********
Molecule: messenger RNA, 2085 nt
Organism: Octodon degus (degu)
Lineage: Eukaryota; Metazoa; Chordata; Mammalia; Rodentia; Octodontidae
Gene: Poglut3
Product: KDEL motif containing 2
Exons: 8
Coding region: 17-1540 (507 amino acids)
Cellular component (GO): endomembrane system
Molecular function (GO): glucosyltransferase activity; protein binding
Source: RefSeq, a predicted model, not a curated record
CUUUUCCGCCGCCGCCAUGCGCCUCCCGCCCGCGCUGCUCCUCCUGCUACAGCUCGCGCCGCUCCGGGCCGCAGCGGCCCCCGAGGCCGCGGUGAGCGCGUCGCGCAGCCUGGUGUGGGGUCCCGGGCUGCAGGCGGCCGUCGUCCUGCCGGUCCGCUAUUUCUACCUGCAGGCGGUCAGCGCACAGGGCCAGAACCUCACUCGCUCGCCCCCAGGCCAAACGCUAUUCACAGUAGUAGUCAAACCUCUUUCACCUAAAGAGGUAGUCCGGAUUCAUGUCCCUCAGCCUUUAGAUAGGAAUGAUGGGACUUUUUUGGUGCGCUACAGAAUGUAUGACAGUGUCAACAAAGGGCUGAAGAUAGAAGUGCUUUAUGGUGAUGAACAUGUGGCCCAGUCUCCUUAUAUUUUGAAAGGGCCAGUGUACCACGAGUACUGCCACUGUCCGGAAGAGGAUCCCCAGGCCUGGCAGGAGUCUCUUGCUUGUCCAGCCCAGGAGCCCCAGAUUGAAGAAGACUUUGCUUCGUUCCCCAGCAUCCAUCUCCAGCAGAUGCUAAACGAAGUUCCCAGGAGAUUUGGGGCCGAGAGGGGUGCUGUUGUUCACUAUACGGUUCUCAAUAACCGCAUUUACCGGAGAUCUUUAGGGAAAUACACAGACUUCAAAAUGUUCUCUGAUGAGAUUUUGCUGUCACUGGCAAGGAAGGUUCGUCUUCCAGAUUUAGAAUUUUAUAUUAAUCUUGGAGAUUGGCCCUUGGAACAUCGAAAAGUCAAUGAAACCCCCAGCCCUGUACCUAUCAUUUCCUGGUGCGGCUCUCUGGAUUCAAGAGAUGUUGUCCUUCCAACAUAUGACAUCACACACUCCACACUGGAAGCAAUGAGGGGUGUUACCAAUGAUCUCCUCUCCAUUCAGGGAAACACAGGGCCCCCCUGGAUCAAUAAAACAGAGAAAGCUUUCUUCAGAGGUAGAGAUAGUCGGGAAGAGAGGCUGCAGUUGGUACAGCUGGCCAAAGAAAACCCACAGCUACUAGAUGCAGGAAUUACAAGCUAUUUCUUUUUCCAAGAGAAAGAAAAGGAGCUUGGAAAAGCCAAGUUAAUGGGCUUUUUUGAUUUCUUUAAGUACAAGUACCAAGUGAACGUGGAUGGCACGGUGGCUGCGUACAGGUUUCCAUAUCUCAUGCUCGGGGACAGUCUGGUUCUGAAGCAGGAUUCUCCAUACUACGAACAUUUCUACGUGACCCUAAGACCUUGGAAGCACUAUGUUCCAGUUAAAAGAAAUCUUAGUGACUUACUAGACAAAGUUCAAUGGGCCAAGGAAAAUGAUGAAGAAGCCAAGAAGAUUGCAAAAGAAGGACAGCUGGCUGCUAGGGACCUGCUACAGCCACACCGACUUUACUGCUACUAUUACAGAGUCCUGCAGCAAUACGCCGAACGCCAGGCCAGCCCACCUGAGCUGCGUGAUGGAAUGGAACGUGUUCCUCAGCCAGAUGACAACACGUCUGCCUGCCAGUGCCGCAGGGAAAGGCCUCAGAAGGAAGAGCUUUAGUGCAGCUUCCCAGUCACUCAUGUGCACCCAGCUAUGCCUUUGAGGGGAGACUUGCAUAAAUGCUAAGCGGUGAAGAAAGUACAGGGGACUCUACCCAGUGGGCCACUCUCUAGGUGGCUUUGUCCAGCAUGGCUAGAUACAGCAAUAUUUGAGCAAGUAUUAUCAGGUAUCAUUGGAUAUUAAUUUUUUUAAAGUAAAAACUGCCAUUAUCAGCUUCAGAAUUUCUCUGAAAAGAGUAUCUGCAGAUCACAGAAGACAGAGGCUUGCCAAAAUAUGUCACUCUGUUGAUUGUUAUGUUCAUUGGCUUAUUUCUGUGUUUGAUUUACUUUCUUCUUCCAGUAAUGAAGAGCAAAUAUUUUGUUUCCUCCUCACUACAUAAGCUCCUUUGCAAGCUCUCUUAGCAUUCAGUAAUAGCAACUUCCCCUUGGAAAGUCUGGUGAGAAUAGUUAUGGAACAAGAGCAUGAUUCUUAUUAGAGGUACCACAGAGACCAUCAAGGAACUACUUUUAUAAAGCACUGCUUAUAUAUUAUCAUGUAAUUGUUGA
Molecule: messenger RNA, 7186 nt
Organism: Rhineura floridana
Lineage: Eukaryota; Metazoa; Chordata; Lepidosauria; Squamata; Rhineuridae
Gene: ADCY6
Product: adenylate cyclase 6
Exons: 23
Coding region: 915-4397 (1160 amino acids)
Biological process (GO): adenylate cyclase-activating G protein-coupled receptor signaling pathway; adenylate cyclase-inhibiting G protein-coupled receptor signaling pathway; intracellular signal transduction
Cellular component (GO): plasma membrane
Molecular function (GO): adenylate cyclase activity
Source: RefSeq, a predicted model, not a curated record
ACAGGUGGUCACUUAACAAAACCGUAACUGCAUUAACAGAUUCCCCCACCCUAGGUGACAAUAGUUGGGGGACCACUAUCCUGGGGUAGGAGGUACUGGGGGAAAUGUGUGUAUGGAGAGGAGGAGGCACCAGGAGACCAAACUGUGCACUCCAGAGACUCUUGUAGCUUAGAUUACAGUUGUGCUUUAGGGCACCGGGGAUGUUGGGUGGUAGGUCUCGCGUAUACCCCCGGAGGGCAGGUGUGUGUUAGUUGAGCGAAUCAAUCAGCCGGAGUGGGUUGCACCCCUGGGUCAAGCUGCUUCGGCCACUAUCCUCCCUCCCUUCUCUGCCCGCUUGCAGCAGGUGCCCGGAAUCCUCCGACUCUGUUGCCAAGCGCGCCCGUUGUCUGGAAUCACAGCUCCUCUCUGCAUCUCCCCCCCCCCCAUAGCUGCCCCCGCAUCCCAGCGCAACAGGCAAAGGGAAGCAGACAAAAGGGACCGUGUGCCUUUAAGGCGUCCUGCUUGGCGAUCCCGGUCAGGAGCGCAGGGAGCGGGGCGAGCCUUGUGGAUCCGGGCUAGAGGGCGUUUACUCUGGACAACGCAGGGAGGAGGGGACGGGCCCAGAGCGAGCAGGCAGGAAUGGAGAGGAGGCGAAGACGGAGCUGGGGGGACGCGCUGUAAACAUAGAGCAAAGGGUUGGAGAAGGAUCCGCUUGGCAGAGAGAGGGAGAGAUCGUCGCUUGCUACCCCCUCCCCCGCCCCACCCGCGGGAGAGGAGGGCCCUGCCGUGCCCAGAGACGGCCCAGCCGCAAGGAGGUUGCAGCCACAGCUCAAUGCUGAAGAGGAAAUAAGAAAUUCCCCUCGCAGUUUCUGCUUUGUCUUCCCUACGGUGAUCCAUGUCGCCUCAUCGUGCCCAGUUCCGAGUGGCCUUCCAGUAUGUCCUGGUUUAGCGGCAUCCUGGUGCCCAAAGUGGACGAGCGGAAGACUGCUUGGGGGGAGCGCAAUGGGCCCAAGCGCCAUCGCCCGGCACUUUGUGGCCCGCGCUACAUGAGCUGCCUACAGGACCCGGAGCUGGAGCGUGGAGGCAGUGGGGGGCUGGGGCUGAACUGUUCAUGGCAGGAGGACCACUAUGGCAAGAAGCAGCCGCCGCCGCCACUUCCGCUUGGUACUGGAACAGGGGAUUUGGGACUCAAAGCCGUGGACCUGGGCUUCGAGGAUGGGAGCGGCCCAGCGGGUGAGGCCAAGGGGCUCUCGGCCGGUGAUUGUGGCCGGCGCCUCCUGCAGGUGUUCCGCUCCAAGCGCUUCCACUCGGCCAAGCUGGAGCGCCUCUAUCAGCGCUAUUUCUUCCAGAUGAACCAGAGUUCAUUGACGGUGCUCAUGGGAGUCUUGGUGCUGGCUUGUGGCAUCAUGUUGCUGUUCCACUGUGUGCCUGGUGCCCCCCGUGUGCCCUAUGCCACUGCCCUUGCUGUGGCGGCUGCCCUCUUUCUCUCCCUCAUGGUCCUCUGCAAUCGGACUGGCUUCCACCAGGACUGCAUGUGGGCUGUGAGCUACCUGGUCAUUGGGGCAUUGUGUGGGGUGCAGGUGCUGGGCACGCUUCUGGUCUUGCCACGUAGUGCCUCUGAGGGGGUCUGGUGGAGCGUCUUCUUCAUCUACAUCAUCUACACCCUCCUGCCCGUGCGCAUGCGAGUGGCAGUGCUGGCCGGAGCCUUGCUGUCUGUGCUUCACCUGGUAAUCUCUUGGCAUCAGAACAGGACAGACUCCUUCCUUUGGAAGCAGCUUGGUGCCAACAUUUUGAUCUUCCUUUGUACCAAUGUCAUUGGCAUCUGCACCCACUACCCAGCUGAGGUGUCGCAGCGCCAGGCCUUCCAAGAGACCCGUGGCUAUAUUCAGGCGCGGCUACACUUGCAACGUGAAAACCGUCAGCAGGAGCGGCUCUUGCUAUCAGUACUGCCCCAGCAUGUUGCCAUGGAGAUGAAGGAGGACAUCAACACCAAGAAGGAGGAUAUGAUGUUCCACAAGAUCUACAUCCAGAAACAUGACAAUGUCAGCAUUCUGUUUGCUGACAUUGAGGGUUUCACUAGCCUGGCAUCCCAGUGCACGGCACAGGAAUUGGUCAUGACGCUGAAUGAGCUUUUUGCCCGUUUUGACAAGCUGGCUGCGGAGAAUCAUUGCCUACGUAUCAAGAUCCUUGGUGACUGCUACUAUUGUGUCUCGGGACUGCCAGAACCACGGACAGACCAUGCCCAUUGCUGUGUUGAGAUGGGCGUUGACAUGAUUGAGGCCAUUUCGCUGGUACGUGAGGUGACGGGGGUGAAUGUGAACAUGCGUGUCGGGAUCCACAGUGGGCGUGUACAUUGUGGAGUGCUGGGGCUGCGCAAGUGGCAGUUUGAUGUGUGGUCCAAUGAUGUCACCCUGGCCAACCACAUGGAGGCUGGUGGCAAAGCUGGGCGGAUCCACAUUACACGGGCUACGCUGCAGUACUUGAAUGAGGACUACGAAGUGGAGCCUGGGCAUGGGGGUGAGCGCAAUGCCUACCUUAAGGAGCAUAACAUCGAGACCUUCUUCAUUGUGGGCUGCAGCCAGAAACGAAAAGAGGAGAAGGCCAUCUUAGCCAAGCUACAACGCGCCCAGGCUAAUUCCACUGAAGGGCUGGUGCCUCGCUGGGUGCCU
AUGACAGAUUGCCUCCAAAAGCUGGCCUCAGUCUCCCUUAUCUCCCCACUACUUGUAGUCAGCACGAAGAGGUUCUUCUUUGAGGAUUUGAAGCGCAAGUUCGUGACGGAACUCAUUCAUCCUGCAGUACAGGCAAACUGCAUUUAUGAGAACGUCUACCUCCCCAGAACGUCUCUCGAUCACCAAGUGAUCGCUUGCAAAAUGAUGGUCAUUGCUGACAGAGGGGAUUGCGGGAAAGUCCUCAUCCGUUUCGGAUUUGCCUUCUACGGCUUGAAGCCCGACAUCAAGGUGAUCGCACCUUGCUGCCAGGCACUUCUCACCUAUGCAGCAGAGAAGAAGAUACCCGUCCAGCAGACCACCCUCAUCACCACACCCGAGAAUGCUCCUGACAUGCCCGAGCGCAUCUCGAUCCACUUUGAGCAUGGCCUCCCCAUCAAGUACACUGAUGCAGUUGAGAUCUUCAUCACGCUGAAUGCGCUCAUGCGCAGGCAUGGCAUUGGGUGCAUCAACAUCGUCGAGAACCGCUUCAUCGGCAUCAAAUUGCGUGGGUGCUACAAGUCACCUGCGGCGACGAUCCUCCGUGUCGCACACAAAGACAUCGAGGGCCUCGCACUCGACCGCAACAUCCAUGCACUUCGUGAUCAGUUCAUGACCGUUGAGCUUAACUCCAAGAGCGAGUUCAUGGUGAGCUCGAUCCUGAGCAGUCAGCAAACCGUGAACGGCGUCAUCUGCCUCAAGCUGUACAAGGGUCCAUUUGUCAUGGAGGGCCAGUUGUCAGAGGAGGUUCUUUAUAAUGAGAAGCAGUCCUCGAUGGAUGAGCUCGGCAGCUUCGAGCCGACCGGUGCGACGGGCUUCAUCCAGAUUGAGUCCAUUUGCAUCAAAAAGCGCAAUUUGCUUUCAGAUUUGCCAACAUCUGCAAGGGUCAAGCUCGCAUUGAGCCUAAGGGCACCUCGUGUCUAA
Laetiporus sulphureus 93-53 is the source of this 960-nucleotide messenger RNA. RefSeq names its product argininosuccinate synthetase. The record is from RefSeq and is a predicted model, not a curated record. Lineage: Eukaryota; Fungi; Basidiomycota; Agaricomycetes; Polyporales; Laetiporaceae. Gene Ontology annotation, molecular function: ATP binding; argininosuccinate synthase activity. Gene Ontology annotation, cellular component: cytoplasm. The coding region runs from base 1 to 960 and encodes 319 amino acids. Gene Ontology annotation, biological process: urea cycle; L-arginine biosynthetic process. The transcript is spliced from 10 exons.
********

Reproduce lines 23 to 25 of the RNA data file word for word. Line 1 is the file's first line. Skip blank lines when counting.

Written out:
ACAGGUGGUCACUUAACAAAACCGUAACUGCAUUAACAGAUUCCCCCACCCUAGGUGACAAUAGUUGGGGGACCACUAUCCUGGGGUAGGAGGUACUGGGGGAAAUGUGUGUAUGGAGAGGAGGAGGCACCAGGAGACCAAACUGUGCACUCCAGAGACUCUUGUAGCUUAGAUUACAGUUGUGCUUUAGGGCACCGGGGAUGUUGGGUGGUAGGUCUCGCGUAUACCCCCGGAGGGCAGGUGUGUGUUAGUUGAGCGAAUCAAUCAGCCGGAGUGGGUUGCACCCCUGGGUCAAGCUGCUUCGGCCACUAUCCUCCCUCCCUUCUCUGCCCGCUUGCAGCAGGUGCCCGGAAUCCUCCGACUCUGUUGCCAAGCGCGCCCGUUGUCUGGAAUCACAGCUCCUCUCUGCAUCUCCCCCCCCCCCAUAGCUGCCCCCGCAUCCCAGCGCAACAGGCAAAGGGAAGCAGACAAAAGGGACCGUGUGCCUUUAAGGCGUCCUGCUUGGCGAUCCCGGUCAGGAGCGCAGGGAGCGGGGCGAGCCUUGUGGAUCCGGGCUAGAGGGCGUUUACUCUGGACAACGCAGGGAGGAGGGGACGGGCCCAGAGCGAGCAGGCAGGAAUGGAGAGGAGGCGAAGACGGAGCUGGGGGGACGCGCUGUAAACAUAGAGCAAAGGGUUGGAGAAGGAUCCGCUUGGCAGAGAGAGGGAGAGAUCGUCGCUUGCUACCCCCUCCCCCGCCCCACCCGCGGGAGAGGAGGGCCCUGCCGUGCCCAGAGACGGCCCAGCCGCAAGGAGGUUGCAGCCACAGCUCAAUGCUGAAGAGGAAAUAAGAAAUUCCCCUCGCAGUUUCUGCUUUGUCUUCCCUACGGUGAUCCAUGUCGCCUCAUCGUGCCCAGUUCCGAGUGGCCUUCCAGUAUGUCCUGGUUUAGCGGCAUCCUGGUGCCCAAAGUGGACGAGCGGAAGACUGCUUGGGGGGAGCGCAAUGGGCCCAAGCGCCAUCGCCCGGCACUUUGUGGCCCGCGCUACAUGAGCUGCCUACAGGACCCGGAGCUGGAGCGUGGAGGCAGUGGGGGGCUGGGGCUGAACUGUUCAUGGCAGGAGGACCACUAUGGCAAGAAGCAGCCGCCGCCGCCACUUCCGCUUGGUACUGGAACAGGGGAUUUGGGACUCAAAGCCGUGGACCUGGGCUUCGAGGAUGGGAGCGGCCCAGCGGGUGAGGCCAAGGGGCUCUCGGCCGGUGAUUGUGGCCGGCGCCUCCUGCAGGUGUUCCGCUCCAAGCGCUUCCACUCGGCCAAGCUGGAGCGCCUCUAUCAGCGCUAUUUCUUCCAGAUGAACCAGAGUUCAUUGACGGUGCUCAUGGGAGUCUUGGUGCUGGCUUGUGGCAUCAUGUUGCUGUUCCACUGUGUGCCUGGUGCCCCCCGUGUGCCCUAUGCCACUGCCCUUGCUGUGGCGGCUGCCCUCUUUCUCUCCCUCAUGGUCCUCUGCAAUCGGACUGGCUUCCACCAGGACUGCAUGUGGGCUGUGAGCUACCUGGUCAUUGGGGCAUUGUGUGGGGUGCAGGUGCUGGGCACGCUUCUGGUCUUGCCACGUAGUGCCUCUGAGGGGGUCUGGUGGAGCGUCUUCUUCAUCUACAUCAUCUACACCCUCCUGCCCGUGCGCAUGCGAGUGGCAGUGCUGGCCGGAGCCUUGCUGUCUGUGCUUCACCUGGUAAUCUCUUGGCAUCAGAACAGGACAGACUCCUUCCUUUGGAAGCAGCUUGGUGCCAACAUUUUGAUCUUCCUUUGUACCAAUGUCAUUGGCAUCUGCACCCACUACCCAGCUGAGGUGUCGCAGCGCCAGGCCUUCCAAGAGACCCGUGGCUAUAUUCAGGCGCGGCUACACUUGCAACGUGAAAACCGUCAGCAGGAGCGGCUCUUGCUAUCAGUACUGCCCCAGCAUGUUGCCAUGGAGAUGAAGGAGGACAUCAACACCAAGAAGGAGGAUAUGAUGUUCCACAAGAUCUACAUCCAGAAACAUGACAAUGUCAGCAUUCUGUUUGCUGACAUUGAGGGUUUCACUAGCCUGGCAUCCCAGUGCACGGCACAGGAAUUGGUCAUGACGCUGAAUGAGCUUUUUGCCCGUUUUGACAAGCUGGCUGCGGAGAAUCAUUGCCUACGUAUCAAGAUCCUUGGUGACUGCUACUAUUGUGUCUCGGGACUGCCAGAACCACGGACAGACCAUGCCCAUUGCUGUGUUGAGAUGGGCGUUGACAUGAUUGAGGCCAUUUCGCUGGUACGUGAGGUGACGGGGGUGAAUGUGAACAUGCGUGUCGGGAUCCACAGUGGGCGUGUACAUUGUGGAGUGCUGGGGCUGCGCAAGUGGCAGUUUGAUGUGUGGUCCAAUGAUGUCACCCUGGCCAACCACAUGGAGGCUGGUGGCAAAGCUGGGCGGAUCCACAUUACACGGGCUACGCUGCAGUACUUGAAUGAGGACUACGAAGUGGAGCCUGGGCAUGGGGGUGAGCGCAAUGCCUACCUUAAGGAGCAUAACAUCGAGACCUUCUUCAUUGUGGGCUGCAGCCAGAAACGAAAAGAGGAGAAGGCCAUCUUAGCCAAGCUACAACGCGCCCAGGCUAAUUCCACUGAAGGGCUGGUGCCUCGCUGGGUGCCU
AUGACAGAUUGCCUCCAAAAGCUGGCCUCAGUCUCCCUUAUCUCCCCACUACUUGUAGUCAGCACGAAGAGGUUCUUCUUUGAGGAUUUGAAGCGCAAGUUCGUGACGGAACUCAUUCAUCCUGCAGUACAGGCAAACUGCAUUUAUGAGAACGUCUACCUCCCCAGAACGUCUCUCGAUCACCAAGUGAUCGCUUGCAAAAUGAUGGUCAUUGCUGACAGAGGGGAUUGCGGGAAAGUCCUCAUCCGUUUCGGAUUUGCCUUCUACGGCUUGAAGCCCGACAUCAAGGUGAUCGCACCUUGCUGCCAGGCACUUCUCACCUAUGCAGCAGAGAAGAAGAUACCCGUCCAGCAGACCACCCUCAUCACCACACCCGAGAAUGCUCCUGACAUGCCCGAGCGCAUCUCGAUCCACUUUGAGCAUGGCCUCCCCAUCAAGUACACUGAUGCAGUUGAGAUCUUCAUCACGCUGAAUGCGCUCAUGCGCAGGCAUGGCAUUGGGUGCAUCAACAUCGUCGAGAACCGCUUCAUCGGCAUCAAAUUGCGUGGGUGCUACAAGUCACCUGCGGCGACGAUCCUCCGUGUCGCACACAAAGACAUCGAGGGCCUCGCACUCGACCGCAACAUCCAUGCACUUCGUGAUCAGUUCAUGACCGUUGAGCUUAACUCCAAGAGCGAGUUCAUGGUGAGCUCGAUCCUGAGCAGUCAGCAAACCGUGAACGGCGUCAUCUGCCUCAAGCUGUACAAGGGUCCAUUUGUCAUGGAGGGCCAGUUGUCAGAGGAGGUUCUUUAUAAUGAGAAGCAGUCCUCGAUGGAUGAGCUCGGCAGCUUCGAGCCGACCGGUGCGACGGGCUUCAUCCAGAUUGAGUCCAUUUGCAUCAAAAAGCGCAAUUUGCUUUCAGAUUUGCCAACAUCUGCAAGGGUCAAGCUCGCAUUGAGCCUAAGGGCACCUCGUGUCUAA
Laetiporus sulphureus 93-53 is the source of this 960-nucleotide messenger RNA. RefSeq names its product argininosuccinate synthetase. The record is from RefSeq and is a predicted model, not a curated record. Lineage: Eukaryota; Fungi; Basidiomycota; Agaricomycetes; Polyporales; Laetiporaceae. Gene Ontology annotation, molecular function: ATP binding; argininosuccinate synthase activity. Gene Ontology annotation, cellular component: cytoplasm. The coding region runs from base 1 to 960 and encodes 319 amino acids. Gene Ontology annotation, biological process: urea cycle; L-arginine biosynthetic process. The transcript is spliced from 10 exons.